A brown shih-tzu holds a blue dog food bowl in its mouth.

#3: Make potty training a priority

Potty training can be a challenging and often frustrating aspect of raising a puppy, especially for dog owners who live in a carpeted home. However, patience, consistency, praise, and special treats will ensure successful house training. As your pup's bladder matures and they learn the dos and don'ts of bathroom breaks, their ability to avoid accidents in the house will quickly improve.

During the first few weeks after bringing home your new puppy, ensure to take them out for potty breaks every hour they are awake. Once your puppy is more comfortable with their new environment and routine, extend the time between bathroom breaks to every two to three hours. Also, choose a consistent location in your yard, and use a specific word or phrase to remind them when and where to go potty. After every successful outside elimination, immediately praise or give your puppy a treat so that they understand this is the desired behavior.

Your puppy may also require a potty break during the night, so set an alarm for a quick potty break if they cannot hold it during sleeping hours. Also, avoid giving your puppy food or water two hours before bedtime to decrease the chances of middle-of-the-night accidents.

As a general potty training rule, consistently take your puppy out at the following times:

  • First thing in the morning, after they wake up   
  • After any playtime or exercise
  • Before and after naptime
  • Before bedtime
  • 15-20 min after mealtime, snacks, or water breaks

#4: Understand the importance of sleep and nap time

If it seems like your puppy only has two modes –– high energy and constant sleep –– it's because they do! Young puppies require 12 to 20 hours of sleep each day, accomplished by regular naps throughout the day and a consistent bedtime schedule. As your puppy ages, they will need fewer naps or shorter nap periods. Sleep is vital for all species, so ensure your puppy has a safe, quiet space free of distractions where they can rest throughout the day.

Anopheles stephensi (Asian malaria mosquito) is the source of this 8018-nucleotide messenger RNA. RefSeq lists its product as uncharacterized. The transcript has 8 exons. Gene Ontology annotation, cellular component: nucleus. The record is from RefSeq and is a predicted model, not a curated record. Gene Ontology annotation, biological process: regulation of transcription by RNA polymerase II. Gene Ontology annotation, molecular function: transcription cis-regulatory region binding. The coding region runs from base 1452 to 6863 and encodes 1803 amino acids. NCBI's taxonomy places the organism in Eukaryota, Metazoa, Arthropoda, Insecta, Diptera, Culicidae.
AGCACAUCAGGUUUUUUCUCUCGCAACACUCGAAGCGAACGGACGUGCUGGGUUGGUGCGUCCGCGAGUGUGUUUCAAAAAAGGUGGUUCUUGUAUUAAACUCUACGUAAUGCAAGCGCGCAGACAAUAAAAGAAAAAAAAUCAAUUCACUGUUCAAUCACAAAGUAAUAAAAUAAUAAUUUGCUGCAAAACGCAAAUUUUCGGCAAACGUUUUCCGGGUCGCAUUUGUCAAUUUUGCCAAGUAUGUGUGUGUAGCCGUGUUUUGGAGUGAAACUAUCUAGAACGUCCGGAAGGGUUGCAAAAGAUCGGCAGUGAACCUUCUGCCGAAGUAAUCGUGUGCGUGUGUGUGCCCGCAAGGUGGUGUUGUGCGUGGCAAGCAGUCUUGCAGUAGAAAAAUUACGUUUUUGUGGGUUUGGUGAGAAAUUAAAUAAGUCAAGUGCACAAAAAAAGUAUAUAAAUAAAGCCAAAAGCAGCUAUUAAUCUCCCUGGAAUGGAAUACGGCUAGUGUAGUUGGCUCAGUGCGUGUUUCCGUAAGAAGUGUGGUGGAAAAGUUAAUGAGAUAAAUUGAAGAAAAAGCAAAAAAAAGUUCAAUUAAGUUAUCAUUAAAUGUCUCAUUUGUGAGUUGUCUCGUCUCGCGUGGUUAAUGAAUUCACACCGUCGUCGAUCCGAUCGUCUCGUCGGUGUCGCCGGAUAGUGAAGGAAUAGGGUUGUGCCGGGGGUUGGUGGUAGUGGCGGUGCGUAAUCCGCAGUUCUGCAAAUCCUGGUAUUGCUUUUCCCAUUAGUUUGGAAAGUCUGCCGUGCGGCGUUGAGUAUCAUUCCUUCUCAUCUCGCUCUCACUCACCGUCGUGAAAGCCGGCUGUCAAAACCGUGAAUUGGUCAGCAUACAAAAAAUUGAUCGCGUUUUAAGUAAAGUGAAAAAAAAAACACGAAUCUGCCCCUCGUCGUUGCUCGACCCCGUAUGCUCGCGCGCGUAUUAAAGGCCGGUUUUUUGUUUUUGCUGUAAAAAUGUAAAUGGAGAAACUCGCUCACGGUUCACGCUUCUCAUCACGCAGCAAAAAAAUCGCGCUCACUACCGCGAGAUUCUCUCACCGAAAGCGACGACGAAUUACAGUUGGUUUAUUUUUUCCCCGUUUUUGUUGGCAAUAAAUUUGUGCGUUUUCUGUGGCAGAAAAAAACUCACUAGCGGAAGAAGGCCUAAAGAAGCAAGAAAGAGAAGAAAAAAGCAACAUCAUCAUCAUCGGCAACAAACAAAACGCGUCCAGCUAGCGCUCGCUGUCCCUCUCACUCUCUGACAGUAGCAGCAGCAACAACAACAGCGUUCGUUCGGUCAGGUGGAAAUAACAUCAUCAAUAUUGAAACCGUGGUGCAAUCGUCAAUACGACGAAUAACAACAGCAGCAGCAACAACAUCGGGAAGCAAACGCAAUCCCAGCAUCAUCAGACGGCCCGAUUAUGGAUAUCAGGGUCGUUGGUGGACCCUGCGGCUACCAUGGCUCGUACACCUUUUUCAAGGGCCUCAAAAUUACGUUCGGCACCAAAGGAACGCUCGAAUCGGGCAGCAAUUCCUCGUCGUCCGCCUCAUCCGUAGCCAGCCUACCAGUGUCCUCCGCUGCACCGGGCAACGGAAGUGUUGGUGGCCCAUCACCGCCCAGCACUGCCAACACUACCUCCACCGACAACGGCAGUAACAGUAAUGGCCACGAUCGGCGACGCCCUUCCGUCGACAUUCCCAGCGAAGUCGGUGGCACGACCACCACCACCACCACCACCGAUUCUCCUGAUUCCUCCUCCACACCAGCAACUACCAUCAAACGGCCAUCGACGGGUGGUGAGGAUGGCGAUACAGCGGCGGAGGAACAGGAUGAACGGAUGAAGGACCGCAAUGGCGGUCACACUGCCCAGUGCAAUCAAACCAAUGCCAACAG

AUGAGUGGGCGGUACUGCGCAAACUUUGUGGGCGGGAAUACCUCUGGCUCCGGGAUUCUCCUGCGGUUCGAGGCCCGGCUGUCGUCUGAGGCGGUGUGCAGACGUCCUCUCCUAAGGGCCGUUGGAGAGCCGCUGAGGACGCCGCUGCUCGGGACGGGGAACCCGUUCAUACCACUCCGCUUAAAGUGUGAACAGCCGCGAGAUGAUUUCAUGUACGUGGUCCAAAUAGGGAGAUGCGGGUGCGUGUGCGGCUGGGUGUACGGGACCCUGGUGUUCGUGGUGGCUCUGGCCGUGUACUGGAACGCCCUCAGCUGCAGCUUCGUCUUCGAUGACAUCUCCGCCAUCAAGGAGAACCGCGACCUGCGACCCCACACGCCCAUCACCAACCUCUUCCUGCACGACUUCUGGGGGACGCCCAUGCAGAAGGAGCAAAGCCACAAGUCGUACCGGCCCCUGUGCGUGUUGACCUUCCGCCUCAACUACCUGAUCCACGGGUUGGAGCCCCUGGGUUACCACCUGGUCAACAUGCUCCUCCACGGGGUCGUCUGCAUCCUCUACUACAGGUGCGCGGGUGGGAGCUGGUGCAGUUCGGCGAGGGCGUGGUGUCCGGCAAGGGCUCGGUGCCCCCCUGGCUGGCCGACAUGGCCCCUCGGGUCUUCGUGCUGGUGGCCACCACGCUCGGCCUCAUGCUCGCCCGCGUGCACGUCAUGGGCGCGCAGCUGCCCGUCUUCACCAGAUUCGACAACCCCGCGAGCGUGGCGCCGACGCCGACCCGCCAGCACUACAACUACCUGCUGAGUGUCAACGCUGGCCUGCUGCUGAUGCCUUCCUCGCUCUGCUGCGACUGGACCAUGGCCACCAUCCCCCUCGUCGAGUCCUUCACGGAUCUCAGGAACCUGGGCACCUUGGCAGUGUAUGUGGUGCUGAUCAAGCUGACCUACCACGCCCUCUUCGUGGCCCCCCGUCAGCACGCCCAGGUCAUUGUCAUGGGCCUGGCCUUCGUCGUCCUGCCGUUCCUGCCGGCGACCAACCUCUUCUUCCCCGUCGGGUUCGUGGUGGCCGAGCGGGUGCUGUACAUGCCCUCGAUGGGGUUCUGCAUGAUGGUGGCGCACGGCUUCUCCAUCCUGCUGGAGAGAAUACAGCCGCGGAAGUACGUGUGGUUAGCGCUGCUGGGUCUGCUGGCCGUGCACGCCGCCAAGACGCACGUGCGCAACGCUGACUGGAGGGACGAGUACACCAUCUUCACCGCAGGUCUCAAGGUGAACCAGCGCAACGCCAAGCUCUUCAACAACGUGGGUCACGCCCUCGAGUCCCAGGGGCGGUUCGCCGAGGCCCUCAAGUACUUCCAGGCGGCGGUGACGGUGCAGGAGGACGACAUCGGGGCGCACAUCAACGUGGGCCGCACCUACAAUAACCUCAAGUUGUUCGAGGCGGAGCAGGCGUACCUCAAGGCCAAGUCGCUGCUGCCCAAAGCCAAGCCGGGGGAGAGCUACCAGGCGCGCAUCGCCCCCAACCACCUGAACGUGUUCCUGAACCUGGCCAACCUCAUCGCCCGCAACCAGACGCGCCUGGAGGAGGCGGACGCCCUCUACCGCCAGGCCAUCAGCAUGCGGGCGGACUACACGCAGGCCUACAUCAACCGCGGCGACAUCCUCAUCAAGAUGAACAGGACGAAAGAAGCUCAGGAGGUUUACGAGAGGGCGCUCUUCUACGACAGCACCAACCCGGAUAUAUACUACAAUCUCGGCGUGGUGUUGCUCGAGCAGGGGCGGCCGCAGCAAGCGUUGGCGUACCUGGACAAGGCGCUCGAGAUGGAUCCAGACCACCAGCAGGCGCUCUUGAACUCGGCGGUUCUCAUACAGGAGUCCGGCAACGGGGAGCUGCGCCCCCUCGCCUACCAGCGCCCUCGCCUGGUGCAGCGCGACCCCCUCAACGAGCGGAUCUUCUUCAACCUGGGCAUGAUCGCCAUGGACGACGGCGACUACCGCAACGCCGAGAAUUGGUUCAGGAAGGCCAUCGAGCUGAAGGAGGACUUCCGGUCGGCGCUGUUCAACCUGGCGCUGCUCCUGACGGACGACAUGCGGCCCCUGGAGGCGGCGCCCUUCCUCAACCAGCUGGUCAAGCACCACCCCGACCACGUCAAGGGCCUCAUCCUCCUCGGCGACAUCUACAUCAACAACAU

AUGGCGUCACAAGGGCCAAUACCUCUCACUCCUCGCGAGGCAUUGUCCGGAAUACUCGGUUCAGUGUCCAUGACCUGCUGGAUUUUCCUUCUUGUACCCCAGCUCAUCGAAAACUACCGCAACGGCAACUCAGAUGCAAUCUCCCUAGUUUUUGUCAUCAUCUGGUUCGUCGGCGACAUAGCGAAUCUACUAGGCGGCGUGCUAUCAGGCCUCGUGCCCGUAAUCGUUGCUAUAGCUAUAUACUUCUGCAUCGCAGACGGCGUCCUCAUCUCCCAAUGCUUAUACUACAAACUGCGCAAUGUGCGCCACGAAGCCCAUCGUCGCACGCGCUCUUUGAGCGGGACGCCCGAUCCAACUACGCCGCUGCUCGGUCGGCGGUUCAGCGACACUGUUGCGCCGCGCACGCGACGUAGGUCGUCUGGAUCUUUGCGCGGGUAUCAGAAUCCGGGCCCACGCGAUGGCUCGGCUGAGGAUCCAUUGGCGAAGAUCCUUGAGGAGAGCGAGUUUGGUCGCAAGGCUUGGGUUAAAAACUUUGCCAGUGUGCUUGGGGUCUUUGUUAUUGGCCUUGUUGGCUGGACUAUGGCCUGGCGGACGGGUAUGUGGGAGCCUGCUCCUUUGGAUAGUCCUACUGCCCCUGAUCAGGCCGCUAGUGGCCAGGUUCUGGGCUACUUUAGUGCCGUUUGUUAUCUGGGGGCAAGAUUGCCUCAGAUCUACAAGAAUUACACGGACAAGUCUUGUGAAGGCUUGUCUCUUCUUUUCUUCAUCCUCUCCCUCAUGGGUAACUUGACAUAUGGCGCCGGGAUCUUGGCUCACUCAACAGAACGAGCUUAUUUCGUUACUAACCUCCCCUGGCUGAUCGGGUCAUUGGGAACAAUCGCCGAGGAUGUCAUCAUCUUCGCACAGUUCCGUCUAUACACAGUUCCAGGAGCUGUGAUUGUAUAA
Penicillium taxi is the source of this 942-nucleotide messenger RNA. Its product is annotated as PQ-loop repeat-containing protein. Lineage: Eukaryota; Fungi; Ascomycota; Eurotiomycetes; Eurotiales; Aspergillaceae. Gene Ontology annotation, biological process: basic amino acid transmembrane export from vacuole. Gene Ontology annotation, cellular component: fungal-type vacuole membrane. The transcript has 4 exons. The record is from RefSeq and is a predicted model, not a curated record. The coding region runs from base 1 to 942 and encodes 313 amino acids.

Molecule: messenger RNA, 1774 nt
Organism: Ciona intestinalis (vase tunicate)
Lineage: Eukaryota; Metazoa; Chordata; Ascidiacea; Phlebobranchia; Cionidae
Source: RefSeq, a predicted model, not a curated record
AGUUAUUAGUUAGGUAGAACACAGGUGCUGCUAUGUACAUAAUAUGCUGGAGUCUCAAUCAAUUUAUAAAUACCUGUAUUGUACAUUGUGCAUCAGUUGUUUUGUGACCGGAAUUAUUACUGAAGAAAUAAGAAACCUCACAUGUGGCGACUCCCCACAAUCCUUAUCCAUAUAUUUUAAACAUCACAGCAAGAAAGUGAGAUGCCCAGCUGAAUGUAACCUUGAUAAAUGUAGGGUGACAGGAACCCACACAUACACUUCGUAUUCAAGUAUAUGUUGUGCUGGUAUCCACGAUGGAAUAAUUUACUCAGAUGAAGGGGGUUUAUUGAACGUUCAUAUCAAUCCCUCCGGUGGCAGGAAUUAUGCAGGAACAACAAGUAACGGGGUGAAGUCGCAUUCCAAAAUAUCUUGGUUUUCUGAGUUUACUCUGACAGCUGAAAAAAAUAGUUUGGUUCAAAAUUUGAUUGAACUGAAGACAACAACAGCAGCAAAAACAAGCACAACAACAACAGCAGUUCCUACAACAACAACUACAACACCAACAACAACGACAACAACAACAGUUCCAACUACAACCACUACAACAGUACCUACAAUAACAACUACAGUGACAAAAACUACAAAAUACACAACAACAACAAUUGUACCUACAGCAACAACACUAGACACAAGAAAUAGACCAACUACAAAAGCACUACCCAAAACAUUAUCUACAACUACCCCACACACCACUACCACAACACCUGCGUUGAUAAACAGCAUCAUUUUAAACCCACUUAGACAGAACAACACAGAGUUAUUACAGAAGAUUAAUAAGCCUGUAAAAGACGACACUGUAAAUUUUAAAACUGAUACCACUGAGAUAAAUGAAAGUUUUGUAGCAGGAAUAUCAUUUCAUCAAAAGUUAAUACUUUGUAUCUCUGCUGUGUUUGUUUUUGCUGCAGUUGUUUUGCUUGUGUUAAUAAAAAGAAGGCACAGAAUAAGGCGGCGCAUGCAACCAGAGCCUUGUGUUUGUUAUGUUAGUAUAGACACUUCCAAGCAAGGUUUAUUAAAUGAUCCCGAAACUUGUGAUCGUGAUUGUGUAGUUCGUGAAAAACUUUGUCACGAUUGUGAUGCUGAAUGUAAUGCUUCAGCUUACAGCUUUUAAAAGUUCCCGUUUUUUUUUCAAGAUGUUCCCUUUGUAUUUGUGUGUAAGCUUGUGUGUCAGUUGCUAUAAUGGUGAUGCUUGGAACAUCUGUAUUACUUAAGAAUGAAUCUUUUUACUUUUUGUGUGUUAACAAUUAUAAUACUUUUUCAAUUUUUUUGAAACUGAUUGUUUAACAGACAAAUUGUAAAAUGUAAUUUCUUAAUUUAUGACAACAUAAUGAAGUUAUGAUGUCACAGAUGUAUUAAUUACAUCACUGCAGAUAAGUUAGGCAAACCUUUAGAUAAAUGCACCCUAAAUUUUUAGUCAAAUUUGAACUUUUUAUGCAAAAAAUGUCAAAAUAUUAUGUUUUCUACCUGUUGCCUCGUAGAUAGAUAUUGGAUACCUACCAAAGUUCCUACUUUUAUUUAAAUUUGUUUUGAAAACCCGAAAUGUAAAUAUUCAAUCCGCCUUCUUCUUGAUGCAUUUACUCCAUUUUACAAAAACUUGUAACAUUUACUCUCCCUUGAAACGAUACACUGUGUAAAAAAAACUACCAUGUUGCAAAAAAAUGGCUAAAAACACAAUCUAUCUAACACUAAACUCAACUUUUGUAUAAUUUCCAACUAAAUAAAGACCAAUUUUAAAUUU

Scheduling short naps in their crate after playtime or training sessions will also help them learn that their crate is a safe, comfortable resting place. Ensure your puppy's crate is big enough to stand up and turn around comfortably. Also, line it with a cozy dog bed or blanket. Including a piece of clothing that smells like you and a puppy-sized toy for them to cuddle will provide them with a peaceful and calming resting space.

#5: Designate time daily for mental and physical fitness for your puppy

Exercise, playtime, and brain games are essential for dogs of all ages to ensure overall health and wellness. Regular exercise will improve your puppy's confidence, decrease fear and anxiety, and improve general behavior. Your puppy's bones and joints are still developing, so it's critical to never excessively run, walk, or exercise your puppy, to prevent injuries or disruptions in their skeletal development.

The best type of physical activity for growing puppies is unforced free exercise on surfaces that have some give. For example, instead of choosing to take your puppy on a leashed walk for 30 minutes on hard pavement, choose to let them run around off-leash in a fenced backyard with grass instead.

Schedule multiple play sessions throughout the day, aiming for 10-15 minute periods. Playtime can include playing fetch, enjoying a new toy, or running around and exploring the yard. Incorporating brain games, like a treat-filled puzzle toy, can provide mental stimulation and help prevent behavioral outbursts caused by boredom. You can also add easy dog tricks and/or basic commands like “sit” and “stay” to your puppy training repertoire to encourage good puppy manners.

Because everything in your puppy's environment is new and exciting, they will likely explore the environment with their mouth and paws, which could result in damaged furniture or shoes embellished with puppy teeth marks. Providing your pet with various enrichment tools will decrease the chances of them becoming destructive. Playtime sessions are also the perfect time to teach them basic commands and good puppy manners they will carry into adulthood.